One can go on and on but what opportunities are there in this technological revolution? They are so many.
In banking, for example, POS Agents across the country have been created; they do not only employ more people but bring the unbanked into the banking net. MTN has just been registered as a fintech and it is expected to create more than 500,000 agents and up to more than one million jobs would be created.
In transportation, Uber has created a lot of jobs for hitherto unemployed drivers and call the bluff of the painted taxis. It has made life easy for both commuters and drivers of these vehicles.
Payments platforms have been created out of the banking system for the payment for goods and services and new jobs are thereby created.
In insurance, you can pay and print motor insurance certificates from the comfort of your home and it is now possible for law enforcement agents to check the genuineness of your certificate through NIID. (Nigeria Insurace Industry database)
But what do you do in a period of rapid technological revolution:
1. Realise that certification is not an end but a means to an end. You went to school to learn how to learn. So learn as many skills as possible. A medical doctor may also be a good writer.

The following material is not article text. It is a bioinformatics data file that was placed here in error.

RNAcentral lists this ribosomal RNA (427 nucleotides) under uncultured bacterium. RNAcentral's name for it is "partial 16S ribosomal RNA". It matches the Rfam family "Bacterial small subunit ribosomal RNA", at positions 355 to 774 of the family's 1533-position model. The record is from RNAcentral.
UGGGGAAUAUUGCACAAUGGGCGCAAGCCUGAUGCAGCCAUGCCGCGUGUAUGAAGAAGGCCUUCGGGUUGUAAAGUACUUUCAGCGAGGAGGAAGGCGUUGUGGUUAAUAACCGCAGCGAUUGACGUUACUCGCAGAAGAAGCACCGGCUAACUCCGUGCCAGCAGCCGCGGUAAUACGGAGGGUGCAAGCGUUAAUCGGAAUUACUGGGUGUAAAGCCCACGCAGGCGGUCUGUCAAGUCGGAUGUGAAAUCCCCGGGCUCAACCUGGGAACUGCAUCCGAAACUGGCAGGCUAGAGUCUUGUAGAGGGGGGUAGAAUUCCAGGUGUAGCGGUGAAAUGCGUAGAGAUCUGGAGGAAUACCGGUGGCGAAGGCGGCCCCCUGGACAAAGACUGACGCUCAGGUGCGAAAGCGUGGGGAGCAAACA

2. Don’t limit yourself to your country alone. They say the world is a village. If you are a wizard in programming you will be fished out from anywhere you are in the planet.
3. Many aspects of whatever we do cannot be automated. For instance, in accounting, you cannot automate consultancy or assurance and to some extent forensic evaluation. Accountants can go into risk management and corporate governance and also succeed.
4. Be inquisitive and find solutions to problems. Note that humans have only discovered a very insignificant part of possibilities. Look at the electric car revolution.
5. Look for unexploited areas. In accounting, small businesses have no solutions. Provide it.
6. Up till now we cannot preserve our farm products. Why can’t we have powdered beans that can make good akara.
7. Shakespeare was not a genius; but he learnt the skill of writing very well. Anything worth doing is worth doing well.
8. Be the first to exploit new legislations and make use of them. This is particularly relevant to accounting as it relates to taxation. In Nigeria, nobody bothers about personal data security, but it is a big issue in Europe and America, exploit it.
9. Google maps show us the way and when there are traffic bottlenecks. Why can’t we work on apps that can show that terrorists and herdsmen are operating ahead of us.
10. Spend like an hour a day thinking and meditating. Someone thought out Uber. Before then, we had the cars, the roads and the drivers but we didn’t have the sense. One day a single satellite in the orbit might provide us light.
11. Accounting is still very historical. Join hands to make it give real life reports.
12. We can go on and on but one thing is clear technology creates more opportunities than we often think.
Frontpage February 14, 2020